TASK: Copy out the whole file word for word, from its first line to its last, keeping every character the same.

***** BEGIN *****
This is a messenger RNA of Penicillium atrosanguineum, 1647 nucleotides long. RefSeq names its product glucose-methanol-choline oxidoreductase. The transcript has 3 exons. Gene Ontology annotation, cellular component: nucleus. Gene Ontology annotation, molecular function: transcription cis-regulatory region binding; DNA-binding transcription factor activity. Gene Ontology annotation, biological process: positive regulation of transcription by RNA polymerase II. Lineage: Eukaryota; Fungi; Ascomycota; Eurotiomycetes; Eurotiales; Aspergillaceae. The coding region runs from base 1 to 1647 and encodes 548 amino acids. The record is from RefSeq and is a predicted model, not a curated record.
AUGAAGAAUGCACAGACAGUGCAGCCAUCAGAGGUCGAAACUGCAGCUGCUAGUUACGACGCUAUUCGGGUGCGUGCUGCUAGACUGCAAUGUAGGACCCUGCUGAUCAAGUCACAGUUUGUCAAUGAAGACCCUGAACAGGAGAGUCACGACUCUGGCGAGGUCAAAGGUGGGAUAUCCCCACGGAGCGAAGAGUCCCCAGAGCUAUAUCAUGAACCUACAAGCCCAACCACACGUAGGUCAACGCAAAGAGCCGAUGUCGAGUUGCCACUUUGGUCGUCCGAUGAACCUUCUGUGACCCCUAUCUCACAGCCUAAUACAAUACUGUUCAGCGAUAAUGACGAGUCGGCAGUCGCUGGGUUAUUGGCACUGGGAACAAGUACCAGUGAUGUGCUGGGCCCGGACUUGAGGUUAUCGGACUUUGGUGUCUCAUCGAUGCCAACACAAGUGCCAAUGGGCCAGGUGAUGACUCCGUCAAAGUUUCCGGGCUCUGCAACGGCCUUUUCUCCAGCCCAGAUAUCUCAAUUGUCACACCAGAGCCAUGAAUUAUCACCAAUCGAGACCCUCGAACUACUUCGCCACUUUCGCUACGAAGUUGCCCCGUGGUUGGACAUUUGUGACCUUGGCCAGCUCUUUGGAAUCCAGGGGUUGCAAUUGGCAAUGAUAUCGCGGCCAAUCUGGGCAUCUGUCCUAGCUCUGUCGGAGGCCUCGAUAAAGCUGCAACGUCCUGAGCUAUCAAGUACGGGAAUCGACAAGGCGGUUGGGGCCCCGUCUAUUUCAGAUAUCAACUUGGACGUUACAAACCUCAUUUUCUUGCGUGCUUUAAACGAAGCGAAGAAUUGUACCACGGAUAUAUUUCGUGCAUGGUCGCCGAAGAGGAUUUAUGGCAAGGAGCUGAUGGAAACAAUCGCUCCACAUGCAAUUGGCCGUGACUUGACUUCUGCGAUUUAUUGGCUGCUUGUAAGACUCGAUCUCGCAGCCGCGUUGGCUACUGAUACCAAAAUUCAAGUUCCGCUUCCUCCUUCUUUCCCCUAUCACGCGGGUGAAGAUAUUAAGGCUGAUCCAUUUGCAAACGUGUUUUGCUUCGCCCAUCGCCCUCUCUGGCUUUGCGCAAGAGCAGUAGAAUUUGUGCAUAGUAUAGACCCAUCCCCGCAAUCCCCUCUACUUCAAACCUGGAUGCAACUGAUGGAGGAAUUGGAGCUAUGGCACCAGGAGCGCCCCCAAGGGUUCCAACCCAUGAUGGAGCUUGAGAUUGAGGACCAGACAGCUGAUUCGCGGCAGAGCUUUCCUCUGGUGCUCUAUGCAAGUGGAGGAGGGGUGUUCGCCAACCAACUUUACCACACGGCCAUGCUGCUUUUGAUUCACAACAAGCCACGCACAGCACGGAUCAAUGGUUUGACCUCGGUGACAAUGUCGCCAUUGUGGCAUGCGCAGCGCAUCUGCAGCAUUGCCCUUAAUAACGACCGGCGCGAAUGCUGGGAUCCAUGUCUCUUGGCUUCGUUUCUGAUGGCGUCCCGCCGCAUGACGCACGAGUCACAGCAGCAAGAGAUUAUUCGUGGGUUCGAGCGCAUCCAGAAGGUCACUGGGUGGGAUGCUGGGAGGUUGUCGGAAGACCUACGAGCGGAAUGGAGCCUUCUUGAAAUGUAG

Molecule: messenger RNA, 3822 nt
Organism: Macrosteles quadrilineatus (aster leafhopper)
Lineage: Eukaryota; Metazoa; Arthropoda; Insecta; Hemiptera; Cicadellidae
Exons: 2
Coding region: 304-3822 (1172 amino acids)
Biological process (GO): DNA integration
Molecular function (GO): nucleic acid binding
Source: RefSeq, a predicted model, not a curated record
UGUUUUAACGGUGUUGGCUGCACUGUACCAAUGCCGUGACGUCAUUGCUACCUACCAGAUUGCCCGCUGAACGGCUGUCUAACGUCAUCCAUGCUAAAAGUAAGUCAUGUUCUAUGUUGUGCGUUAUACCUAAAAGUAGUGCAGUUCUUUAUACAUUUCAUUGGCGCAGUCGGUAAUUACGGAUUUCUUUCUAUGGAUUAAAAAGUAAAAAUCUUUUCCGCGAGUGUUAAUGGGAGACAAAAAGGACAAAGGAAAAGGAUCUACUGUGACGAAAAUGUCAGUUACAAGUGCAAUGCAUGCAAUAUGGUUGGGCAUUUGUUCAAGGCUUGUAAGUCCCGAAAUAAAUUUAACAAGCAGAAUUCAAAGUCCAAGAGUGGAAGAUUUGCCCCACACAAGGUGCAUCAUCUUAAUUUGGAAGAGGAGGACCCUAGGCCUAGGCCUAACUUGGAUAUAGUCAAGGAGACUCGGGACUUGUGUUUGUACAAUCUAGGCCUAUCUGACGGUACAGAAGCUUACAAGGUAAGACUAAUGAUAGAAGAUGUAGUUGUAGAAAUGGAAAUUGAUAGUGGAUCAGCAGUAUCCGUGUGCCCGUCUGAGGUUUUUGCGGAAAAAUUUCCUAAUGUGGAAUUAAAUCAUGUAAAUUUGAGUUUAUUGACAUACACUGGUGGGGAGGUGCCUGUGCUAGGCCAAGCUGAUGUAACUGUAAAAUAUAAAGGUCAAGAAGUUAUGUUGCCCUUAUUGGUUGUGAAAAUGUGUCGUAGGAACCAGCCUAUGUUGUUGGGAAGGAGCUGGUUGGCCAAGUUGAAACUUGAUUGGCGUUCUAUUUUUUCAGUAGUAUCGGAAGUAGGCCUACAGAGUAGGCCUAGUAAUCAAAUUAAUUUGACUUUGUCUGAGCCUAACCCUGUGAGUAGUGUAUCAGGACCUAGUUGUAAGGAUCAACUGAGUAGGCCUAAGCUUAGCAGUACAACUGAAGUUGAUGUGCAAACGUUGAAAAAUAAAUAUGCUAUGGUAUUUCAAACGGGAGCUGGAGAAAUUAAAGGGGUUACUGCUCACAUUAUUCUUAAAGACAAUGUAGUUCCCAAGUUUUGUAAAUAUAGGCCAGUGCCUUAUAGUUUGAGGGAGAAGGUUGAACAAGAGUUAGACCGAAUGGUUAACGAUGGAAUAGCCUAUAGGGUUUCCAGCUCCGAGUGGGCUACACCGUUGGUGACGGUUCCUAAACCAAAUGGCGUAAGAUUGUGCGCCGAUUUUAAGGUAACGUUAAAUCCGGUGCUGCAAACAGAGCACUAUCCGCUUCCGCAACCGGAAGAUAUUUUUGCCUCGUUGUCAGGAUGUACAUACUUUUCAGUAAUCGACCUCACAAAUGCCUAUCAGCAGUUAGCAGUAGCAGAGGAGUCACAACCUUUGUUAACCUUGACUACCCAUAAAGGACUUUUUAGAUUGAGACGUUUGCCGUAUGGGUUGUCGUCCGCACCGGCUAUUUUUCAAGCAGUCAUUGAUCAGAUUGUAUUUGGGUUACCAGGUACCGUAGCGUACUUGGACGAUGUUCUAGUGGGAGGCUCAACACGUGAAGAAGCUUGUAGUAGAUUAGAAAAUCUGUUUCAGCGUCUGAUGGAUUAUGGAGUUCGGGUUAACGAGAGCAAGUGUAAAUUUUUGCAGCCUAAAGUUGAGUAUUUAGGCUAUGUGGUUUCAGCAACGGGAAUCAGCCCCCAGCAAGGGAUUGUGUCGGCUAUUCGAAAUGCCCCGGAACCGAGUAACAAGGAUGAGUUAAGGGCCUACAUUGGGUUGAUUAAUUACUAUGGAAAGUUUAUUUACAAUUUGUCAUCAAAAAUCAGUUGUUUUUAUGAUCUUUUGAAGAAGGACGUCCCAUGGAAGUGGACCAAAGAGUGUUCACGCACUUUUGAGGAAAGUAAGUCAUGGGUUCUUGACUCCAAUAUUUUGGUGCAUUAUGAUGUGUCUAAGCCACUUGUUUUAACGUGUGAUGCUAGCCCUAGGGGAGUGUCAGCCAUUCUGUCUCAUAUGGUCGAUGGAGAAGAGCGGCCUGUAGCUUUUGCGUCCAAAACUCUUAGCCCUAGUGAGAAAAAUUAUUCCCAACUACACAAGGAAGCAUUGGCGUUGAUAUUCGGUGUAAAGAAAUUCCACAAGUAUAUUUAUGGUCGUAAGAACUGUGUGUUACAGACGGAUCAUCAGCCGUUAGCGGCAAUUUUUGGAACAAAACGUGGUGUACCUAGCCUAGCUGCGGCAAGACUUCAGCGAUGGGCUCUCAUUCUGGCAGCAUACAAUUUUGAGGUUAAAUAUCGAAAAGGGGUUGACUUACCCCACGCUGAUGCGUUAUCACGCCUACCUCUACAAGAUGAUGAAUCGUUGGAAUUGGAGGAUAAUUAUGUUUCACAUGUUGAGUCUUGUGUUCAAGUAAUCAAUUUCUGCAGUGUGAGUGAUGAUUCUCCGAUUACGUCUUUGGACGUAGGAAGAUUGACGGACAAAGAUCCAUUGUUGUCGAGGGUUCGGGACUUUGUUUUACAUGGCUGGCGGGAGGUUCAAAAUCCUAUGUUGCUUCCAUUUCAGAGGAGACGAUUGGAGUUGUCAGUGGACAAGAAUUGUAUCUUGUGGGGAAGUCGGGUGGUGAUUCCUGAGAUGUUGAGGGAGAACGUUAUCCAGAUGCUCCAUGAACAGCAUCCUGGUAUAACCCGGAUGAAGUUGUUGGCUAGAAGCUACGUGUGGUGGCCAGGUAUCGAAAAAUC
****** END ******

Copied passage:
This is a messenger RNA of Penicillium atrosanguineum, 1647 nucleotides long. RefSeq names its product glucose-methanol-choline oxidoreductase. The transcript has 3 exons. Gene Ontology annotation, cellular component: nucleus. Gene Ontology annotation, molecular function: transcription cis-regulatory region binding; DNA-binding transcription factor activity. Gene Ontology annotation, biological process: positive regulation of transcription by RNA polymerase II. Lineage: Eukaryota; Fungi; Ascomycota; Eurotiomycetes; Eurotiales; Aspergillaceae. The coding region runs from base 1 to 1647 and encodes 548 amino acids. The record is from RefSeq and is a predicted model, not a curated record.
AUGAAGAAUGCACAGACAGUGCAGCCAUCAGAGGUCGAAACUGCAGCUGCUAGUUACGACGCUAUUCGGGUGCGUGCUGCUAGACUGCAAUGUAGGACCCUGCUGAUCAAGUCACAGUUUGUCAAUGAAGACCCUGAACAGGAGAGUCACGACUCUGGCGAGGUCAAAGGUGGGAUAUCCCCACGGAGCGAAGAGUCCCCAGAGCUAUAUCAUGAACCUACAAGCCCAACCACACGUAGGUCAACGCAAAGAGCCGAUGUCGAGUUGCCACUUUGGUCGUCCGAUGAACCUUCUGUGACCCCUAUCUCACAGCCUAAUACAAUACUGUUCAGCGAUAAUGACGAGUCGGCAGUCGCUGGGUUAUUGGCACUGGGAACAAGUACCAGUGAUGUGCUGGGCCCGGACUUGAGGUUAUCGGACUUUGGUGUCUCAUCGAUGCCAACACAAGUGCCAAUGGGCCAGGUGAUGACUCCGUCAAAGUUUCCGGGCUCUGCAACGGCCUUUUCUCCAGCCCAGAUAUCUCAAUUGUCACACCAGAGCCAUGAAUUAUCACCAAUCGAGACCCUCGAACUACUUCGCCACUUUCGCUACGAAGUUGCCCCGUGGUUGGACAUUUGUGACCUUGGCCAGCUCUUUGGAAUCCAGGGGUUGCAAUUGGCAAUGAUAUCGCGGCCAAUCUGGGCAUCUGUCCUAGCUCUGUCGGAGGCCUCGAUAAAGCUGCAACGUCCUGAGCUAUCAAGUACGGGAAUCGACAAGGCGGUUGGGGCCCCGUCUAUUUCAGAUAUCAACUUGGACGUUACAAACCUCAUUUUCUUGCGUGCUUUAAACGAAGCGAAGAAUUGUACCACGGAUAUAUUUCGUGCAUGGUCGCCGAAGAGGAUUUAUGGCAAGGAGCUGAUGGAAACAAUCGCUCCACAUGCAAUUGGCCGUGACUUGACUUCUGCGAUUUAUUGGCUGCUUGUAAGACUCGAUCUCGCAGCCGCGUUGGCUACUGAUACCAAAAUUCAAGUUCCGCUUCCUCCUUCUUUCCCCUAUCACGCGGGUGAAGAUAUUAAGGCUGAUCCAUUUGCAAACGUGUUUUGCUUCGCCCAUCGCCCUCUCUGGCUUUGCGCAAGAGCAGUAGAAUUUGUGCAUAGUAUAGACCCAUCCCCGCAAUCCCCUCUACUUCAAACCUGGAUGCAACUGAUGGAGGAAUUGGAGCUAUGGCACCAGGAGCGCCCCCAAGGGUUCCAACCCAUGAUGGAGCUUGAGAUUGAGGACCAGACAGCUGAUUCGCGGCAGAGCUUUCCUCUGGUGCUCUAUGCAAGUGGAGGAGGGGUGUUCGCCAACCAACUUUACCACACGGCCAUGCUGCUUUUGAUUCACAACAAGCCACGCACAGCACGGAUCAAUGGUUUGACCUCGGUGACAAUGUCGCCAUUGUGGCAUGCGCAGCGCAUCUGCAGCAUUGCCCUUAAUAACGACCGGCGCGAAUGCUGGGAUCCAUGUCUCUUGGCUUCGUUUCUGAUGGCGUCCCGCCGCAUGACGCACGAGUCACAGCAGCAAGAGAUUAUUCGUGGGUUCGAGCGCAUCCAGAAGGUCACUGGGUGGGAUGCUGGGAGGUUGUCGGAAGACCUACGAGCGGAAUGGAGCCUUCUUGAAAUGUAG

Molecule: messenger RNA, 3822 nt
Organism: Macrosteles quadrilineatus (aster leafhopper)
Lineage: Eukaryota; Metazoa; Arthropoda; Insecta; Hemiptera; Cicadellidae
Exons: 2
Coding region: 304-3822 (1172 amino acids)
Biological process (GO): DNA integration
Molecular function (GO): nucleic acid binding
Source: RefSeq, a predicted model, not a curated record
UGUUUUAACGGUGUUGGCUGCACUGUACCAAUGCCGUGACGUCAUUGCUACCUACCAGAUUGCCCGCUGAACGGCUGUCUAACGUCAUCCAUGCUAAAAGUAAGUCAUGUUCUAUGUUGUGCGUUAUACCUAAAAGUAGUGCAGUUCUUUAUACAUUUCAUUGGCGCAGUCGGUAAUUACGGAUUUCUUUCUAUGGAUUAAAAAGUAAAAAUCUUUUCCGCGAGUGUUAAUGGGAGACAAAAAGGACAAAGGAAAAGGAUCUACUGUGACGAAAAUGUCAGUUACAAGUGCAAUGCAUGCAAUAUGGUUGGGCAUUUGUUCAAGGCUUGUAAGUCCCGAAAUAAAUUUAACAAGCAGAAUUCAAAGUCCAAGAGUGGAAGAUUUGCCCCACACAAGGUGCAUCAUCUUAAUUUGGAAGAGGAGGACCCUAGGCCUAGGCCUAACUUGGAUAUAGUCAAGGAGACUCGGGACUUGUGUUUGUACAAUCUAGGCCUAUCUGACGGUACAGAAGCUUACAAGGUAAGACUAAUGAUAGAAGAUGUAGUUGUAGAAAUGGAAAUUGAUAGUGGAUCAGCAGUAUCCGUGUGCCCGUCUGAGGUUUUUGCGGAAAAAUUUCCUAAUGUGGAAUUAAAUCAUGUAAAUUUGAGUUUAUUGACAUACACUGGUGGGGAGGUGCCUGUGCUAGGCCAAGCUGAUGUAACUGUAAAAUAUAAAGGUCAAGAAGUUAUGUUGCCCUUAUUGGUUGUGAAAAUGUGUCGUAGGAACCAGCCUAUGUUGUUGGGAAGGAGCUGGUUGGCCAAGUUGAAACUUGAUUGGCGUUCUAUUUUUUCAGUAGUAUCGGAAGUAGGCCUACAGAGUAGGCCUAGUAAUCAAAUUAAUUUGACUUUGUCUGAGCCUAACCCUGUGAGUAGUGUAUCAGGACCUAGUUGUAAGGAUCAACUGAGUAGGCCUAAGCUUAGCAGUACAACUGAAGUUGAUGUGCAAACGUUGAAAAAUAAAUAUGCUAUGGUAUUUCAAACGGGAGCUGGAGAAAUUAAAGGGGUUACUGCUCACAUUAUUCUUAAAGACAAUGUAGUUCCCAAGUUUUGUAAAUAUAGGCCAGUGCCUUAUAGUUUGAGGGAGAAGGUUGAACAAGAGUUAGACCGAAUGGUUAACGAUGGAAUAGCCUAUAGGGUUUCCAGCUCCGAGUGGGCUACACCGUUGGUGACGGUUCCUAAACCAAAUGGCGUAAGAUUGUGCGCCGAUUUUAAGGUAACGUUAAAUCCGGUGCUGCAAACAGAGCACUAUCCGCUUCCGCAACCGGAAGAUAUUUUUGCCUCGUUGUCAGGAUGUACAUACUUUUCAGUAAUCGACCUCACAAAUGCCUAUCAGCAGUUAGCAGUAGCAGAGGAGUCACAACCUUUGUUAACCUUGACUACCCAUAAAGGACUUUUUAGAUUGAGACGUUUGCCGUAUGGGUUGUCGUCCGCACCGGCUAUUUUUCAAGCAGUCAUUGAUCAGAUUGUAUUUGGGUUACCAGGUACCGUAGCGUACUUGGACGAUGUUCUAGUGGGAGGCUCAACACGUGAAGAAGCUUGUAGUAGAUUAGAAAAUCUGUUUCAGCGUCUGAUGGAUUAUGGAGUUCGGGUUAACGAGAGCAAGUGUAAAUUUUUGCAGCCUAAAGUUGAGUAUUUAGGCUAUGUGGUUUCAGCAACGGGAAUCAGCCCCCAGCAAGGGAUUGUGUCGGCUAUUCGAAAUGCCCCGGAACCGAGUAACAAGGAUGAGUUAAGGGCCUACAUUGGGUUGAUUAAUUACUAUGGAAAGUUUAUUUACAAUUUGUCAUCAAAAAUCAGUUGUUUUUAUGAUCUUUUGAAGAAGGACGUCCCAUGGAAGUGGACCAAAGAGUGUUCACGCACUUUUGAGGAAAGUAAGUCAUGGGUUCUUGACUCCAAUAUUUUGGUGCAUUAUGAUGUGUCUAAGCCACUUGUUUUAACGUGUGAUGCUAGCCCUAGGGGAGUGUCAGCCAUUCUGUCUCAUAUGGUCGAUGGAGAAGAGCGGCCUGUAGCUUUUGCGUCCAAAACUCUUAGCCCUAGUGAGAAAAAUUAUUCCCAACUACACAAGGAAGCAUUGGCGUUGAUAUUCGGUGUAAAGAAAUUCCACAAGUAUAUUUAUGGUCGUAAGAACUGUGUGUUACAGACGGAUCAUCAGCCGUUAGCGGCAAUUUUUGGAACAAAACGUGGUGUACCUAGCCUAGCUGCGGCAAGACUUCAGCGAUGGGCUCUCAUUCUGGCAGCAUACAAUUUUGAGGUUAAAUAUCGAAAAGGGGUUGACUUACCCCACGCUGAUGCGUUAUCACGCCUACCUCUACAAGAUGAUGAAUCGUUGGAAUUGGAGGAUAAUUAUGUUUCACAUGUUGAGUCUUGUGUUCAAGUAAUCAAUUUCUGCAGUGUGAGUGAUGAUUCUCCGAUUACGUCUUUGGACGUAGGAAGAUUGACGGACAAAGAUCCAUUGUUGUCGAGGGUUCGGGACUUUGUUUUACAUGGCUGGCGGGAGGUUCAAAAUCCUAUGUUGCUUCCAUUUCAGAGGAGACGAUUGGAGUUGUCAGUGGACAAGAAUUGUAUCUUGUGGGGAAGUCGGGUGGUGAUUCCUGAGAUGUUGAGGGAGAACGUUAUCCAGAUGCUCCAUGAACAGCAUCCUGGUAUAACCCGGAUGAAGUUGUUGGCUAGAAGCUACGUGUGGUGGCCAGGUAUCGAAAAAUC